Yuval Noah Harari's History of Everyone, EverHistorians in the News
In 2008, Yuval Noah Harari, a young historian at the Hebrew University of Jerusalem, began to write a book derived from an undergraduate world-history class that he was teaching. Twenty lectures became twenty chapters. Harari, who had previously written about aspects of medieval and early-modern warfare—but whose intellectual appetite, since childhood, had been for all-encompassing accounts of the world—wrote in plain, short sentences that displayed no anxiety about the academic decorum of a study spanning hundreds of thousands of years. It was a history of everyone, ever. The book, published in Hebrew as “A Brief History of Humankind,” became an Israeli best-seller; then, as “Sapiens,” it became an international one. Readers were offered the vertiginous pleasure of acquiring apparent mastery of all human affairs—evolution, agriculture, economics—while watching their personal narratives, even their national narratives, shrink to a point of invisibility. President Barack Obama, speaking to CNN in 2016, compared the book to a visit he’d made to the pyramids of Giza.
“Sapiens” has sold more than twelve million copies. “Three important revolutions shaped the course of history,” the book proposes. “The Cognitive Revolution kick-started history about 70,000 years ago. The Agricultural Revolution sped it up about 12,000 years ago. The Scientific Revolution, which got under way only 500 years ago, may well end history and start something completely different.” Harari’s account, though broadly chronological, is built out of assured generalization and comparison rather than dense historical detail. “Sapiens” feels like a study-guide summary of an immense, unwritten text—or, less congenially, like a ride on a tour bus that never stops for a poke around the ruins. (“As in Rome, so also in ancient China: most generals and philosophers did not think it their duty to develop new weapons.”) Harari did not invent Big History, but he updated it with hints of self-help and futurology, as well as a high-altitude, almost nihilistic composure about human suffering. He attached the time frame of aeons to the time frame of punditry—of now, and soon. His narrative of flux, of revolution after revolution, ended urgently, and perhaps conveniently, with a cliffhanger. “Sapiens,” while acknowledging that “history teaches us that what seems to be just around the corner may never materialise,” suggests that our species is on the verge of a radical redesign. Thanks to advances in computing, cyborg engineering, and biological engineering, “we may be fast approaching a new singularity, when all the concepts that give meaning to our world—me, you, men, women, love and hate—will become irrelevant.”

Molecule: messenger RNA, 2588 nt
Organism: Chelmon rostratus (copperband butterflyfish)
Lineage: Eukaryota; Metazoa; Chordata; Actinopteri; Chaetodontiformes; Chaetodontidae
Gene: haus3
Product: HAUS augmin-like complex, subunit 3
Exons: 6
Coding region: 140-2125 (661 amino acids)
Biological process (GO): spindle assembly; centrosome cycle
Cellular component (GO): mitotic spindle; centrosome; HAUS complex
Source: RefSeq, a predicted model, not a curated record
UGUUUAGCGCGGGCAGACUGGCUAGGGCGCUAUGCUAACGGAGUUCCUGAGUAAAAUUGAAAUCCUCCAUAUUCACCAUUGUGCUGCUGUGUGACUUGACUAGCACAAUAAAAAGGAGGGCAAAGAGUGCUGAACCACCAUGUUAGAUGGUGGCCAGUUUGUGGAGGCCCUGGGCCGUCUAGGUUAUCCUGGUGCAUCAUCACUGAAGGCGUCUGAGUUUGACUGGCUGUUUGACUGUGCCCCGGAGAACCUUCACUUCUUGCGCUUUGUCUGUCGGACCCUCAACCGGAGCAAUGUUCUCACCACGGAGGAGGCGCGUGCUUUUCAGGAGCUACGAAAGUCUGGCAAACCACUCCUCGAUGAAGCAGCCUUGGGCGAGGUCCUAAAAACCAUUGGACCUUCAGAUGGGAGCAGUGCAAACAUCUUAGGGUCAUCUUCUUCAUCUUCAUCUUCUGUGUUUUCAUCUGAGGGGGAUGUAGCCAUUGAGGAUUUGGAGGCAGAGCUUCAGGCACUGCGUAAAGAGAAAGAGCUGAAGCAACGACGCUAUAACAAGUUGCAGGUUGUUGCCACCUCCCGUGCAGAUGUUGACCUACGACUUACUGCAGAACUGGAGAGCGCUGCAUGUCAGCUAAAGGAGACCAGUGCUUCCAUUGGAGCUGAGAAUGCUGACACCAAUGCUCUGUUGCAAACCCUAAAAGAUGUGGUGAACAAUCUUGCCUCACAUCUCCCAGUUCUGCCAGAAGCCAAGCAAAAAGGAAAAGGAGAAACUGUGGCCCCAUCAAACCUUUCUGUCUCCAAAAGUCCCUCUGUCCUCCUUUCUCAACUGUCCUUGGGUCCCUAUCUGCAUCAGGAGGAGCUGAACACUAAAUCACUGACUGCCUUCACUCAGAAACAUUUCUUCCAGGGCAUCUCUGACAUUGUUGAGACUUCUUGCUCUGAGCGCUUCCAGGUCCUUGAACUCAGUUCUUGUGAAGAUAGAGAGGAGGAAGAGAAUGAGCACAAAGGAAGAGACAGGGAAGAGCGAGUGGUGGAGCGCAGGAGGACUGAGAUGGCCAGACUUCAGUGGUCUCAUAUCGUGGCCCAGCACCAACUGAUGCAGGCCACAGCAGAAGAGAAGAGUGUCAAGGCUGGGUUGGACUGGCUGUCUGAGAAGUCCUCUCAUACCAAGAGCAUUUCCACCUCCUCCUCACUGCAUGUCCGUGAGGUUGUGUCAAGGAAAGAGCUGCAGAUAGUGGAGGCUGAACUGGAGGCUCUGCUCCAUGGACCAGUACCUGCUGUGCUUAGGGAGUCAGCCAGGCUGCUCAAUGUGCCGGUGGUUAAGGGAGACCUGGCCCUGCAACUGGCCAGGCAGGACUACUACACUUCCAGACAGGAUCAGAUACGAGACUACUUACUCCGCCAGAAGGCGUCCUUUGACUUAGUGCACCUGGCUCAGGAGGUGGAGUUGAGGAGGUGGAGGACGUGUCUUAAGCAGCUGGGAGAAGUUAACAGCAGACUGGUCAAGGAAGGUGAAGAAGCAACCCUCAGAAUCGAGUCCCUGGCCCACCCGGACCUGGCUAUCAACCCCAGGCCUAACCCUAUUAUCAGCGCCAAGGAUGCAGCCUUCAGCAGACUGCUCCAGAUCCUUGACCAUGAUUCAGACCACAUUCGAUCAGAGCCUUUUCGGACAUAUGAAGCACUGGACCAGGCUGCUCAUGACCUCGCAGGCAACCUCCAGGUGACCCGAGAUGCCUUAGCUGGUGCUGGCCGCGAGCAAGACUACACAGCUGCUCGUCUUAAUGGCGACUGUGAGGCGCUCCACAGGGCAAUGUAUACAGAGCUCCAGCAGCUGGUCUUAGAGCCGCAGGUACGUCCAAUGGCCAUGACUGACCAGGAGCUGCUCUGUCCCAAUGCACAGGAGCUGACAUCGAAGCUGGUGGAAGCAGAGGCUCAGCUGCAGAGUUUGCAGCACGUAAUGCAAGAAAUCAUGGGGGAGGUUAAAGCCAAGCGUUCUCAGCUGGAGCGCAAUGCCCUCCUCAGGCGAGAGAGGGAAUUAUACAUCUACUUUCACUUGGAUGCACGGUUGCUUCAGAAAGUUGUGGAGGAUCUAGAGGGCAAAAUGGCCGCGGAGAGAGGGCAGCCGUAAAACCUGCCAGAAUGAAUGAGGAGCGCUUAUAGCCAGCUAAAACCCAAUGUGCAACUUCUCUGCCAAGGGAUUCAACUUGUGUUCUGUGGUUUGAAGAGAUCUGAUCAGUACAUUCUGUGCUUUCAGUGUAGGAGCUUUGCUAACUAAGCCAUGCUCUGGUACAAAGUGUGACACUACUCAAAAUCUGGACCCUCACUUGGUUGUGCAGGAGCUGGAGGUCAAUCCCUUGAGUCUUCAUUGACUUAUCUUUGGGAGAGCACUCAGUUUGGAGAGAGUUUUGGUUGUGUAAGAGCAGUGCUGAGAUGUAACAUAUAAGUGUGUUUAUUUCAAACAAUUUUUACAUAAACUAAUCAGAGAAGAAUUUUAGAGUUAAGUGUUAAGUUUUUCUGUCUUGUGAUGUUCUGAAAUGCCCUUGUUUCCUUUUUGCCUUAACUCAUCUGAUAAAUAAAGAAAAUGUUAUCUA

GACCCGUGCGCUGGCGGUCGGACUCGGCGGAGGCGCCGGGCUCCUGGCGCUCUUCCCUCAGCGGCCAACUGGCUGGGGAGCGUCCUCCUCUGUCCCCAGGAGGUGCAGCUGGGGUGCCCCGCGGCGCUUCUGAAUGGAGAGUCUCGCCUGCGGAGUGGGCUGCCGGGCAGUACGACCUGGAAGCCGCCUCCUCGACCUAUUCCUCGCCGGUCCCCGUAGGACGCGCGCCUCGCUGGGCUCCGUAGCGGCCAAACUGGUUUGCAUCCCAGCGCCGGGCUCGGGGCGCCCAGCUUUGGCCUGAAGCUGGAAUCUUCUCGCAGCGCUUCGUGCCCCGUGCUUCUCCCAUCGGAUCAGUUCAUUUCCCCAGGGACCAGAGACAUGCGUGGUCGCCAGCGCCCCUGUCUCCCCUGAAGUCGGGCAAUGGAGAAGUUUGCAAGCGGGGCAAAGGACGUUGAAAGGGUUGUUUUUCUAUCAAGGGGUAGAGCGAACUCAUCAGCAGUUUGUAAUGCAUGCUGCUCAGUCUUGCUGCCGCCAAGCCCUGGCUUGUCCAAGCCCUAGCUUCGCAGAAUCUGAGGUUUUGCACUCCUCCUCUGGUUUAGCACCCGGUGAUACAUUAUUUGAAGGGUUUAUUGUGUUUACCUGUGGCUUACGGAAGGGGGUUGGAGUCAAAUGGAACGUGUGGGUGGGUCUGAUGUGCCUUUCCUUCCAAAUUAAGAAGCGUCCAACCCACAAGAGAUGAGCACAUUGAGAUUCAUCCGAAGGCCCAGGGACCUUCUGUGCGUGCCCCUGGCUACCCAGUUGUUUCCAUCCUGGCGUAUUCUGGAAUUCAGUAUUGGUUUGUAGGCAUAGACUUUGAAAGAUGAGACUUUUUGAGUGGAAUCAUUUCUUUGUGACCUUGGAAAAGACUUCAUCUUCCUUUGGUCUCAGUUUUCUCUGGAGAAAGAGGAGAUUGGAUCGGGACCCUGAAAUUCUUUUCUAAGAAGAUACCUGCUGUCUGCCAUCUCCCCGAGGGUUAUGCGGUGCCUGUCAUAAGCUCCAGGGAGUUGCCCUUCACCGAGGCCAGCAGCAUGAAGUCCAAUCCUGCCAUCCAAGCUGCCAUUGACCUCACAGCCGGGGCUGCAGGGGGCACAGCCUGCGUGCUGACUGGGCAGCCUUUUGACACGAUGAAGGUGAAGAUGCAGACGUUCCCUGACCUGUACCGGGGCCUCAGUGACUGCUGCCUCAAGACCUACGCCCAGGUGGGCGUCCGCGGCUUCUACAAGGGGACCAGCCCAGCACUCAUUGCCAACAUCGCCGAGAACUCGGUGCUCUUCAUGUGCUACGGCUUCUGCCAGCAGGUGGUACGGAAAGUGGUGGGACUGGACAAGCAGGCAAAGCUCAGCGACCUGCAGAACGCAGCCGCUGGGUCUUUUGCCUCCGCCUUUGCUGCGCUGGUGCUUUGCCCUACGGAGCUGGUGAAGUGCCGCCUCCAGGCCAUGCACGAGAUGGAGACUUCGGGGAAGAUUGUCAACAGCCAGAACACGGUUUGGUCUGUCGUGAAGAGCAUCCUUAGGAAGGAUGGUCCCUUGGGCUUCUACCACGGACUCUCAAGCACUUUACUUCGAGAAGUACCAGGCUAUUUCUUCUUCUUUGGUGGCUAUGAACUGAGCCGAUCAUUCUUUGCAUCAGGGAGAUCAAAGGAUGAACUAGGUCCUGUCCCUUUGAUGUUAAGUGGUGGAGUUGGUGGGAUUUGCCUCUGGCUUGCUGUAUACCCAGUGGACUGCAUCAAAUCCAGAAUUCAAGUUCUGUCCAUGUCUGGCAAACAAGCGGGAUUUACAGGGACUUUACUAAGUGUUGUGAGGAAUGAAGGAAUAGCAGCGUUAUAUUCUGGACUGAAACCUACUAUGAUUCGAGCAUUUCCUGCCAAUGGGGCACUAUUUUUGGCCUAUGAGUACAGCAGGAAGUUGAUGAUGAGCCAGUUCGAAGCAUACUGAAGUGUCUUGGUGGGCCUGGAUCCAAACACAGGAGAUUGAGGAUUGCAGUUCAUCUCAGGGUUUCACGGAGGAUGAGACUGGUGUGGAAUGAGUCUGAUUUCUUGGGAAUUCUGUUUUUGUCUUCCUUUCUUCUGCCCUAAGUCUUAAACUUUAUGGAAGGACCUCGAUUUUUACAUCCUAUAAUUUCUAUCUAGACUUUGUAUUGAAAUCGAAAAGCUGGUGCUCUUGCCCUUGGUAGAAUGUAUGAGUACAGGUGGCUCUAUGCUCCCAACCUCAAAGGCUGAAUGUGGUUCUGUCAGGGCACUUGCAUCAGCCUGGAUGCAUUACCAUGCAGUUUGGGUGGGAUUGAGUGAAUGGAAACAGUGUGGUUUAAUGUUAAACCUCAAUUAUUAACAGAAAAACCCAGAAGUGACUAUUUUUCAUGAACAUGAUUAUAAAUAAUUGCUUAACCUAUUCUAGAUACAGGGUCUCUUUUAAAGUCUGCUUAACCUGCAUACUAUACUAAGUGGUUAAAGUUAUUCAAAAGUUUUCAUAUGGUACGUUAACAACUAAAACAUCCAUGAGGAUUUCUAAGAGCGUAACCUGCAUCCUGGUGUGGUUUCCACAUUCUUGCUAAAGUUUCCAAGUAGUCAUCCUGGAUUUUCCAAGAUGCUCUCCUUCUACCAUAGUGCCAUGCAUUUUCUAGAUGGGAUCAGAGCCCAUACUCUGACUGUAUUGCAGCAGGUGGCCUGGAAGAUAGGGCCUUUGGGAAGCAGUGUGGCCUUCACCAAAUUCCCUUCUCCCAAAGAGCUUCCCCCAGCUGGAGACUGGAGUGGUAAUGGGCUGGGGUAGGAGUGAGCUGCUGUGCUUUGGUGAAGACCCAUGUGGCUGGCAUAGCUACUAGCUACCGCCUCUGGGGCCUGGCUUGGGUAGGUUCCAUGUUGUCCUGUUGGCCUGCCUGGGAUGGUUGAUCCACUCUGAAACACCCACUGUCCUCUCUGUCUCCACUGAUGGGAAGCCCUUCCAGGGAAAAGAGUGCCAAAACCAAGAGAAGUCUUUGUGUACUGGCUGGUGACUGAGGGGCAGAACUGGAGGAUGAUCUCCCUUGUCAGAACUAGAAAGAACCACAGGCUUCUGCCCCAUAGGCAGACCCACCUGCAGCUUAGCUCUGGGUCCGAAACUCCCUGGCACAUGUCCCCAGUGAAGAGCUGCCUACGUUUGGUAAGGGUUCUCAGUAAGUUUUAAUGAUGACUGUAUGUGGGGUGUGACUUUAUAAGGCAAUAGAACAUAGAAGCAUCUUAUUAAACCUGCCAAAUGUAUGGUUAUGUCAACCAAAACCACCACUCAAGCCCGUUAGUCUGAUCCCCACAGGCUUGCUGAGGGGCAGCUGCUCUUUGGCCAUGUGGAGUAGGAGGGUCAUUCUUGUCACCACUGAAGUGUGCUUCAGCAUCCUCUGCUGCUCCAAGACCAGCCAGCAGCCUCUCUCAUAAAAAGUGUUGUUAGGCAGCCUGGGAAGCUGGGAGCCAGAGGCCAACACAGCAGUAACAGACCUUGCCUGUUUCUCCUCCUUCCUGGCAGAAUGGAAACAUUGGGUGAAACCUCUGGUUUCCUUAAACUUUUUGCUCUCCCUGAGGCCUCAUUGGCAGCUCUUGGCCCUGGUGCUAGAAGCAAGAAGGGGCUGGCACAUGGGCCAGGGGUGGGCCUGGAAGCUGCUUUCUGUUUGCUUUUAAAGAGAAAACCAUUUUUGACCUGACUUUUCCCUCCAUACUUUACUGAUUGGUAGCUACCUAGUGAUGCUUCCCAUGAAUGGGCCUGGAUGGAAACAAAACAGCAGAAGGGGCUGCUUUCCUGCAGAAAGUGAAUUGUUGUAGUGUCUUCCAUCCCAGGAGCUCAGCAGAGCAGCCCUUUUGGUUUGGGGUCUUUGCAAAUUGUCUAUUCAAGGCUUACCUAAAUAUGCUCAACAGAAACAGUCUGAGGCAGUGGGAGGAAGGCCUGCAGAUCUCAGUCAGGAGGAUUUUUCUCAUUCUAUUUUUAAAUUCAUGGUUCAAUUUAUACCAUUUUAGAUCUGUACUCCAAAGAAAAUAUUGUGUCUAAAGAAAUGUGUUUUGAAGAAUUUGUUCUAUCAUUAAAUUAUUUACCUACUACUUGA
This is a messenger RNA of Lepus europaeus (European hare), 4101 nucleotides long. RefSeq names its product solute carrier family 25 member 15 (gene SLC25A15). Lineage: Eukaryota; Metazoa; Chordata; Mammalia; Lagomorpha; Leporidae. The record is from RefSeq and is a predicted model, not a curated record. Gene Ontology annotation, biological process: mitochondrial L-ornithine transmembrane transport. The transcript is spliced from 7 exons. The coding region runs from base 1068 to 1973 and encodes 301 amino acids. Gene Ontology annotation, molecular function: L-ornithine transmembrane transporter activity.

Harari, who is slim, soft-spoken, and relentless in his search for an audience, has spent the years since the publication of “Sapiens” in conversations about this cliffhanger. His two subsequent best-sellers—“Homo Deus” (2017) and “21 Lessons for the 21st Century” (2018)—focus on the present and the near future. Harari now defines himself as both a historian and a philosopher. He dwells particularly on the possibility that biometric monitoring, coupled with advanced computing, will give corporations and governments access to more complete data about people—about their desires and liabilities—than people have about themselves. A life under such scrutiny, he said recently, is liable to become “one long, stressing job interview.”
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